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Mooncake culture in China

How brands are biting into Chinese mooncake culture

Every mid-autumn festival Chinese people celebrate by spending time with their loved ones while exchanging and eating mooncakes, densely baked pastries that come with a wide variety of fillings. The festival is deeply rooted in ancient tradition and there are several legends about its origin, but the most convincing explanation is that it is closely related to seasonal harvest.

In ancient times, Chinese emperors worshipped heavenly bodies, and gatherings and feasts were held every autumn to ask the moon for abundant crops. In 2019, Chinese mooncakes generated roughly 19.7 billion RMB, recording a 7.9% year-on-year rise, and about 1.4 billion mooncakes were sold, equivalent to one mooncake a person. Beyond being shared among relatives, friends and lovers, around Mid-autumn festival Chinese companies usually give mooncakes as a present to their employees. According to Datagoo, over 19% of interviewed people in 2020 had no intention to purchase any mooncake, since they would have been given one by their company, while 39.8% of them were going to buy them for themselves.

Mixing tradition with innovation

Even though Chinese mooncakes are intertwined with ancient tradition, there is plenty of room for innovation.

New flavors

Quality and taste are the main factors affecting buying decisions, nevertheless, traditional flavors such as red beans, egg yolk, dried meat, sesame, and plums are getting increasingly less appealing for young Chinese consumers. Therefore, experimenting and daring are now key attitudes when coming up with new mooncake aromas. Chocolate, seafood, ice cream and cranberry are just some of the flavors giving shape to the diverse constellation of new fillings in Chinese mooncakes. While classical flavors are popular among all age groups, cheese and matcha tea are within the top 5 favorite flavors of Chinese young consumers.

Trendy packages

As Chinese consumers mostly purchase mooncakes in brick-and-mortar stores, creative packaging is key to make them stand out and catch customers’ attention. Moreover, Chinese tech giants tend to turn to design companies since they consider mooncakes as a vehicle for conveying corporate culture and brand values. In their attempt to attract Chinese Millennial and Gen-Z consumers, today mooncake manufacturers mainly draw inspiration from the web: Guochao, secret gift boxes and collaborations with cartoon characters of the recent past are currently the main trends in China’s mooncake market.

Guochao mooncake packaging

Source: Weibo, 粤鸣东方月 opted for a Guochao packaging, mixing the old with the new

Mooncakes and health

The covid-19 pandemic led Chinese consumers to pay greater attention to health. Such growing health awareness affected the world of mooncakes as well. While traditional mooncakes usually weigh between 180 and 250gr, many brands reduced the size of their cakes up to 50-80 gr. Furthermore, along with a smaller size, producers started providing their customers with low calorie, low sugar, and probiotics rich mooncakes. In addition, both Chinese and international food companies, such as Nestlé, Oatly and Twinkling Powder, cooperated with bakery brands to launch their innovative plant-based Mid-autumn mooncakes.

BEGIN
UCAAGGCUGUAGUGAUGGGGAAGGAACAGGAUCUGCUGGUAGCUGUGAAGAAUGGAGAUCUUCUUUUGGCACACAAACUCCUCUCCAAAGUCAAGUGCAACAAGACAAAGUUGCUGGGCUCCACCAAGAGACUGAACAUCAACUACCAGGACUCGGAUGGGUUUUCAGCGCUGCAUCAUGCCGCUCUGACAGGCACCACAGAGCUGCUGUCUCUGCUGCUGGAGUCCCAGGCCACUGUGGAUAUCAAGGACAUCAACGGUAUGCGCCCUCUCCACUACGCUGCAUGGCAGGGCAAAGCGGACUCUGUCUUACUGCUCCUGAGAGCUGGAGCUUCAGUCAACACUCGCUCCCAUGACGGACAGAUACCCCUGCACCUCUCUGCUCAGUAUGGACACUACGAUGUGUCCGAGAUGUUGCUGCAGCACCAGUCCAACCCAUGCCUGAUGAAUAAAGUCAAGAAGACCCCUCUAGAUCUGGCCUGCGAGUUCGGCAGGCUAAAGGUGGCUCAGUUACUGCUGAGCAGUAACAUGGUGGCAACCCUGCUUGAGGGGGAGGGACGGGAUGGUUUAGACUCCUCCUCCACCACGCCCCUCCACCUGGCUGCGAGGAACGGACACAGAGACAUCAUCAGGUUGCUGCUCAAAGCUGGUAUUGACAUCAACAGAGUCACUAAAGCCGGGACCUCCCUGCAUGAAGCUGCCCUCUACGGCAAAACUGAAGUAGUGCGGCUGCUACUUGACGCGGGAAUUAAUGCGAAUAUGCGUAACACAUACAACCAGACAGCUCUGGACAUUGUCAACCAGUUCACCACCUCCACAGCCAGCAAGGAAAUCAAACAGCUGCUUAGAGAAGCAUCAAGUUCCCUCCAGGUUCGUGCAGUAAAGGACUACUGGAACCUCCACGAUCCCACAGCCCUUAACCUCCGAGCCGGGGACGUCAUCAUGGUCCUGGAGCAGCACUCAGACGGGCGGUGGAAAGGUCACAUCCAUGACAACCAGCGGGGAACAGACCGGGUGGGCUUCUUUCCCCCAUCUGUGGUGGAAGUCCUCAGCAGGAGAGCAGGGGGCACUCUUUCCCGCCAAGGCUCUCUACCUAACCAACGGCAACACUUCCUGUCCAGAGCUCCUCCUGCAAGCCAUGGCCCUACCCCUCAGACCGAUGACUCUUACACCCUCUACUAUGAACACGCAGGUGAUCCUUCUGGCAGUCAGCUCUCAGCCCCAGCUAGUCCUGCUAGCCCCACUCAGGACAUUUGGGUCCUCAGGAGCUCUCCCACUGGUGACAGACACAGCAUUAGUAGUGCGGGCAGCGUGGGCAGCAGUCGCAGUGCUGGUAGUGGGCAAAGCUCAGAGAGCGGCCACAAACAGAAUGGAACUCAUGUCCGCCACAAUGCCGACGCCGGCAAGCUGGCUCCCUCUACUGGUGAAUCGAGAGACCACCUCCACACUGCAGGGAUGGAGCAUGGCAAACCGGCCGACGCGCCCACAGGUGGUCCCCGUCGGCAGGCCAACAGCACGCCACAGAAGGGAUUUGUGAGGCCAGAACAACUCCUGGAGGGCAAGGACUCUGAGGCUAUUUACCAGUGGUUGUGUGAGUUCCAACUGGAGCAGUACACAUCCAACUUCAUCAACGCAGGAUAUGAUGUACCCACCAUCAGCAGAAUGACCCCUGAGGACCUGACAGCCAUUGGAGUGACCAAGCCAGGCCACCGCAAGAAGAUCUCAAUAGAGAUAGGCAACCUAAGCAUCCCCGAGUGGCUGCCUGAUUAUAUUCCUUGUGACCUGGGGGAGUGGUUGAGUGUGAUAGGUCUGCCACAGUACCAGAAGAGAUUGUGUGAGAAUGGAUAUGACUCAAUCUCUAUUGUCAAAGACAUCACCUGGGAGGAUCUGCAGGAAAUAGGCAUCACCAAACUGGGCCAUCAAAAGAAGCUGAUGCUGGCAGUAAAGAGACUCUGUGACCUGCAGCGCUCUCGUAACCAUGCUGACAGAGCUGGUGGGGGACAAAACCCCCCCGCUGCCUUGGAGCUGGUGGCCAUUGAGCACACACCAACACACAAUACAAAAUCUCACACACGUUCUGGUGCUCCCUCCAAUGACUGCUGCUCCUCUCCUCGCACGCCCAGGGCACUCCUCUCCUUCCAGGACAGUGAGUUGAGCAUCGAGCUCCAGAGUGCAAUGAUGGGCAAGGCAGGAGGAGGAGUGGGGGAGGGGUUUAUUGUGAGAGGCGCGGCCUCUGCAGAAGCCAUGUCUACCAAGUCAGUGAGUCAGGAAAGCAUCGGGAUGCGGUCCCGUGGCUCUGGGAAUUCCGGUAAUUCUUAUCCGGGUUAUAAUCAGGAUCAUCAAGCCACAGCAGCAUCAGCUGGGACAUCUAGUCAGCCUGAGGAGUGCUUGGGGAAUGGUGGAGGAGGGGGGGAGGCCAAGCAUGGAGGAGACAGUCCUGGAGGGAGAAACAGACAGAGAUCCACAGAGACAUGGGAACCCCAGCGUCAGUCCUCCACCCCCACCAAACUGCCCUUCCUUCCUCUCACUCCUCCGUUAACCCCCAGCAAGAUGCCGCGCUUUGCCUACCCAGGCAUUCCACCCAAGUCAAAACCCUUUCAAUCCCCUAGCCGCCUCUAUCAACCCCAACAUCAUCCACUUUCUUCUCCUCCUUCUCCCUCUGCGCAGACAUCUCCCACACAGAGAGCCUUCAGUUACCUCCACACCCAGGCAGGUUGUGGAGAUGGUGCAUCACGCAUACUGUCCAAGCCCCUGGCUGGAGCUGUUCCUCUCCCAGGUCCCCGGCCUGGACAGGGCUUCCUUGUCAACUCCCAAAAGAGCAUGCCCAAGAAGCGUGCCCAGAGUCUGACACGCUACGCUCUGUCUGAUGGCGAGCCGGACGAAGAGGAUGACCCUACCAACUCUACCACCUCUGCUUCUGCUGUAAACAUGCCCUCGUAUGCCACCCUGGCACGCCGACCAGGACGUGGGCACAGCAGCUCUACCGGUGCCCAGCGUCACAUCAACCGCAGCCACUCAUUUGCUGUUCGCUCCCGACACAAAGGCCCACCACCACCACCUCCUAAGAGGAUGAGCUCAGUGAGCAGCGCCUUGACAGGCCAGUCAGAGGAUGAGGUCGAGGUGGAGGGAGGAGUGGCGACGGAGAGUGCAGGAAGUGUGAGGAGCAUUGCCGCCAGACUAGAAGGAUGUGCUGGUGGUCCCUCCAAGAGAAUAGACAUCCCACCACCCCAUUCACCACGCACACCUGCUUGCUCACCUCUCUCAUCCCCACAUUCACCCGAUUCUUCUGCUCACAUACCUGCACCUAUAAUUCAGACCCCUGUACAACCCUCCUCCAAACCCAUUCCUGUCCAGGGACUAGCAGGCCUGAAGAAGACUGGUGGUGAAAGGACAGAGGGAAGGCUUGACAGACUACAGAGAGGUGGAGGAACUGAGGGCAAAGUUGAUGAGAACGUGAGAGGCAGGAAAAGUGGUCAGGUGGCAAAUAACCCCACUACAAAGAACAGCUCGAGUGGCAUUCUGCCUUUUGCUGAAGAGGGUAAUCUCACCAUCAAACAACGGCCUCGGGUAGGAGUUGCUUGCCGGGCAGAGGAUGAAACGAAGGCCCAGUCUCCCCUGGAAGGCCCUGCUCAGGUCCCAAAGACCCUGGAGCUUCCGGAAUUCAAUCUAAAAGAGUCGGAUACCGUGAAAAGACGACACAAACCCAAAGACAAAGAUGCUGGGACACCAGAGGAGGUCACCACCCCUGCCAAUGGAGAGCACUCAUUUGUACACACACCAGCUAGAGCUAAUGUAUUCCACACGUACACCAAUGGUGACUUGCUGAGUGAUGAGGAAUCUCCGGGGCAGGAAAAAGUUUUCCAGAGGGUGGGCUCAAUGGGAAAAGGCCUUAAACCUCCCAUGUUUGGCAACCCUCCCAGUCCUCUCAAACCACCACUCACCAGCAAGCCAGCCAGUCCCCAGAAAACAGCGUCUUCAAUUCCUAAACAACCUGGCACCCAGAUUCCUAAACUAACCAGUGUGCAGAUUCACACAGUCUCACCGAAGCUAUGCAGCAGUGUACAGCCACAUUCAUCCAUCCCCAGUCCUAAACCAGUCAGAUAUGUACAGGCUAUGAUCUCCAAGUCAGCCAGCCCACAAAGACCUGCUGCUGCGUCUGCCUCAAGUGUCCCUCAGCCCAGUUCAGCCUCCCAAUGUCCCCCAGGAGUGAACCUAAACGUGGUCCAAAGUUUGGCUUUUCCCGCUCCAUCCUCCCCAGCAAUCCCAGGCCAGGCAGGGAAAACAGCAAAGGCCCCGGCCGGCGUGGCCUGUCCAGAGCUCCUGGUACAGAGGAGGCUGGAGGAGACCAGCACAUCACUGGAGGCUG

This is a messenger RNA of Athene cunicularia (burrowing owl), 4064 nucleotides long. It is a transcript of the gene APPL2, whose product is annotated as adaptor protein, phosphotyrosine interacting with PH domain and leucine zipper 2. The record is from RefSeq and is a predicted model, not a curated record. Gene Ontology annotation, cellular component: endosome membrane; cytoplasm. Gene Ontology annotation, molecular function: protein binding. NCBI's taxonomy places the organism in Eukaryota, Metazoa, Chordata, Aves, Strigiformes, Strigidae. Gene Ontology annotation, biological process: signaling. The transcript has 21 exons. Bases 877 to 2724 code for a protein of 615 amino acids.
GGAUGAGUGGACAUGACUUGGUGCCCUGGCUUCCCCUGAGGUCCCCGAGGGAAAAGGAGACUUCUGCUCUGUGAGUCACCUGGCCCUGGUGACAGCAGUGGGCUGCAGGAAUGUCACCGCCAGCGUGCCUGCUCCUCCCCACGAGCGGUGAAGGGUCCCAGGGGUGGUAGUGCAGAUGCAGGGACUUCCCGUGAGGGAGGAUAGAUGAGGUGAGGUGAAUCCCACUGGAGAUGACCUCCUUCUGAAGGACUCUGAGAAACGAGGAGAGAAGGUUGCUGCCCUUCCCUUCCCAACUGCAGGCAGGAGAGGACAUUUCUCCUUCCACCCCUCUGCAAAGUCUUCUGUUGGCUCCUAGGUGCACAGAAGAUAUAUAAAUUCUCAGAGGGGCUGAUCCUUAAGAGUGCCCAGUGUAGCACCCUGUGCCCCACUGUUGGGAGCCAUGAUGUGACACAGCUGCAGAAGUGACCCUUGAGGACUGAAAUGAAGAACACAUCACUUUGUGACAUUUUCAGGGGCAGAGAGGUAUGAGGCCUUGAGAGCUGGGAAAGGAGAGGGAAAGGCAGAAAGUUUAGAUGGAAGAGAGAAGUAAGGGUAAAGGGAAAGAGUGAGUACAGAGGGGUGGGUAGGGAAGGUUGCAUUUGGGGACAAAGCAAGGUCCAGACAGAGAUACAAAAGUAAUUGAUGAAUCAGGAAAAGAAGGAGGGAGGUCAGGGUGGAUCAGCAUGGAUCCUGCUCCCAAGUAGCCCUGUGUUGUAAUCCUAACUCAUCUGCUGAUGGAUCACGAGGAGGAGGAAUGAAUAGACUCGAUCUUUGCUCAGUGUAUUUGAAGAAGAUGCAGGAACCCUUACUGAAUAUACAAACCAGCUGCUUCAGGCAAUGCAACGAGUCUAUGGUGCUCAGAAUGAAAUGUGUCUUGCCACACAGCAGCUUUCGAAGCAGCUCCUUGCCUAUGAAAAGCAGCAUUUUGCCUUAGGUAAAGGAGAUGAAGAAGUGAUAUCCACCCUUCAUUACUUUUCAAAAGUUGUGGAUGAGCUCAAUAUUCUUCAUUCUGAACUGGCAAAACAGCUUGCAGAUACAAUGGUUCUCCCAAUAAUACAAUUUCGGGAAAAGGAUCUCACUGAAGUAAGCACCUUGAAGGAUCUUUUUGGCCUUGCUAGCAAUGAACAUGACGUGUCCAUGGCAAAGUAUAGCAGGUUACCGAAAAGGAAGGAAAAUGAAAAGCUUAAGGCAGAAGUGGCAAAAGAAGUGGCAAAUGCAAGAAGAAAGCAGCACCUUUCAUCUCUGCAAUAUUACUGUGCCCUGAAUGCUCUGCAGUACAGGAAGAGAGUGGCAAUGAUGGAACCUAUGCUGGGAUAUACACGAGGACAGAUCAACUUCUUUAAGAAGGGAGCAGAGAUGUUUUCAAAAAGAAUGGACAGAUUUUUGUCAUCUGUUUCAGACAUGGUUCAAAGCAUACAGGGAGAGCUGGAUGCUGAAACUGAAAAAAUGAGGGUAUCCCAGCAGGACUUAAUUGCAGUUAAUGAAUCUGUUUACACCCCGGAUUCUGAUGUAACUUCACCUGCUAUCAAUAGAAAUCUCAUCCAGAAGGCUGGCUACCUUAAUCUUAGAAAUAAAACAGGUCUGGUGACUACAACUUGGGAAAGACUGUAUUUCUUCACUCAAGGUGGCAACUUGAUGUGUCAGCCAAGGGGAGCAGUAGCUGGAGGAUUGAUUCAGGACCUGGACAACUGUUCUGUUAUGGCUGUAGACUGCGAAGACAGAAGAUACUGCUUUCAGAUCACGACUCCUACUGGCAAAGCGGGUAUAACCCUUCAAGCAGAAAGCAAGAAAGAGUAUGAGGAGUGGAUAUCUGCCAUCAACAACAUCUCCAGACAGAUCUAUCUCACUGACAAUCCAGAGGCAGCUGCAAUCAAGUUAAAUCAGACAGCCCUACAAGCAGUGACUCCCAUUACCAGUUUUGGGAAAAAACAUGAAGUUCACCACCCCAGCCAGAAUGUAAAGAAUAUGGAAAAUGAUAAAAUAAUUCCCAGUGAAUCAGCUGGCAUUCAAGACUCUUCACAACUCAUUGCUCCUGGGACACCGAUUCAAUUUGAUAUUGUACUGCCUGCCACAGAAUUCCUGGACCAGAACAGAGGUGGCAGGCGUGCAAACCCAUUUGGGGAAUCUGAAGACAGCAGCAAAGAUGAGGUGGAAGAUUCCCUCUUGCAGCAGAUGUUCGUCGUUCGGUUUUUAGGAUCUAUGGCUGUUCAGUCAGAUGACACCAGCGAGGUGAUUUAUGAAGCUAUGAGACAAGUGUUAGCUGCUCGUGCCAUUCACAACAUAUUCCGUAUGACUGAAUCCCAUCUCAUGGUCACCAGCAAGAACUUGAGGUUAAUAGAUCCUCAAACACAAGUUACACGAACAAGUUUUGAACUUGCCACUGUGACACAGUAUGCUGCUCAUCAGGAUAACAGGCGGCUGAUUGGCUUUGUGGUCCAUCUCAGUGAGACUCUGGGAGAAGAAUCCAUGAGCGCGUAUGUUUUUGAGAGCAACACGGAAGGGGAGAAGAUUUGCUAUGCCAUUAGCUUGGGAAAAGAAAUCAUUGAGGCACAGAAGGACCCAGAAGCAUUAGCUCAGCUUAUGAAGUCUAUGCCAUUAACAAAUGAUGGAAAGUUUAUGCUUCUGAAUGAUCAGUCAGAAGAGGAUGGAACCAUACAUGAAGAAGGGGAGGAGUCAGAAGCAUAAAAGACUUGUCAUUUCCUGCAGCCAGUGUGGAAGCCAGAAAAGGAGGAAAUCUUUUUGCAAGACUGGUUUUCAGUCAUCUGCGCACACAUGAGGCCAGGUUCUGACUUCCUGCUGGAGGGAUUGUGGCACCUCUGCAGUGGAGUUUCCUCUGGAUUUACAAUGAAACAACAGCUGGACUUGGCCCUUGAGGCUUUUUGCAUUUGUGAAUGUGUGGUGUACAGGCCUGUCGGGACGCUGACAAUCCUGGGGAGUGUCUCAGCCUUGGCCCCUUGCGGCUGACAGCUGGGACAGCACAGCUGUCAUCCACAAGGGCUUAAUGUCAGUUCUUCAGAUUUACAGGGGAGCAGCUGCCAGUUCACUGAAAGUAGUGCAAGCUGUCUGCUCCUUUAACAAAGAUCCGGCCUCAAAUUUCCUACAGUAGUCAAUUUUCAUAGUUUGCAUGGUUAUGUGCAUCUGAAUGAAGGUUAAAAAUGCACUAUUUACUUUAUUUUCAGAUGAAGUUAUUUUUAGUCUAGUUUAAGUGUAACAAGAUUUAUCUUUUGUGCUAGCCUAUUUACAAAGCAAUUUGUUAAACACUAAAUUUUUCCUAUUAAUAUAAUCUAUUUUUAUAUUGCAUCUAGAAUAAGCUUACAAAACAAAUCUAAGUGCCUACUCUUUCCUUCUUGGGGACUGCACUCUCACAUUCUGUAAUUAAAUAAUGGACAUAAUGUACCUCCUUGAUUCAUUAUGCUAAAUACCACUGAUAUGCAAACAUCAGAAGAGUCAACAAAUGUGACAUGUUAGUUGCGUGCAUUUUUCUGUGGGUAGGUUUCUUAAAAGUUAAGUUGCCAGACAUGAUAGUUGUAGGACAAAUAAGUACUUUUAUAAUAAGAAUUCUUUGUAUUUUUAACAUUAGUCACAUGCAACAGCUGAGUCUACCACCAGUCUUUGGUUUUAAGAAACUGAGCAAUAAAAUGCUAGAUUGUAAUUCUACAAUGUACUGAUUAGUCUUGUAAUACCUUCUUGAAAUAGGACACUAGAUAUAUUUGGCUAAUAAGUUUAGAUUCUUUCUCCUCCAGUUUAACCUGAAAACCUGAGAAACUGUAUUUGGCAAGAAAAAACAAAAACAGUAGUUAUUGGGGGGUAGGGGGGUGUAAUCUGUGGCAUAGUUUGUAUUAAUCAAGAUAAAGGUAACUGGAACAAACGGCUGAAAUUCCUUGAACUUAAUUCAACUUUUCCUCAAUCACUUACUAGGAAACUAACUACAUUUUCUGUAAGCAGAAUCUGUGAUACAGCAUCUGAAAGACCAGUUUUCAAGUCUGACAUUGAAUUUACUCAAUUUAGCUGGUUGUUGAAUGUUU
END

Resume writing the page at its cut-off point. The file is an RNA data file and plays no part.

Source: Weibo, Oatly collaborated with Chinese popular chocolate brand Chocday

Foreign luxury brands release their own mooncakes

Mid-autumn Festival is a great opportunity to engage with Chinese consumers and show commitment to the Chinese market, thus it is not surprising that big fashion names decided to launch their own mooncake gift boxes as well. This year’s Dior gift box contains 8 small mooncakes with the letter “C” and “D” stamped on them. There is also a Chinese traditional fan decorated with golden flowers and all the signs of the Western zodiac with the respective constellation. The box is adorned with the constellations of the Western zodiac as well.

Gucci’s Mid-autumn gift box has as its theme the legend of the moon rabbit instead. An ancient story goes that three deities decided to reward a rabbit who offered his life to feed them by sending him on the moon and granting him immortality. Four small boxes depicting scenes from this legend envelope as many mooncakes engraving two Gs. Gucci’s box is designed to remind an old carillon with a rabbit in lieu of the usual ballet dancer. The outside of the box is bright orange, while the inside is dark green.

Source: Weibo, 2021 Dior mooncake gift box

A new phase for Chinese mooncake culture

  • Nowadays, mooncakes in China combine tradition and modernity. Along with classical fillings, new flavors have emerged to capture the attention of young consumers.
  • Design packaging is both a tool to make mooncakes stand out on the shelves and a vehicle for corporate values. Guochao, secret gift boxes and collaborations with cartoon characters are trending in China’s mooncake market.
  • Growing health awareness in China is pushing mooncake producers to launch smaller-sized, low-calorie, low-sugar and plant-based versions of the popular Mid-autumn dessert.
  • International luxury brands did not miss this year’s Mid-autumn Festival to engage with Chinese consumers and pamper them. For this reason, Gucci and Dior launched their own set of creative and stylish mooncake gift boxes.

Learn more about Guochao marketing in China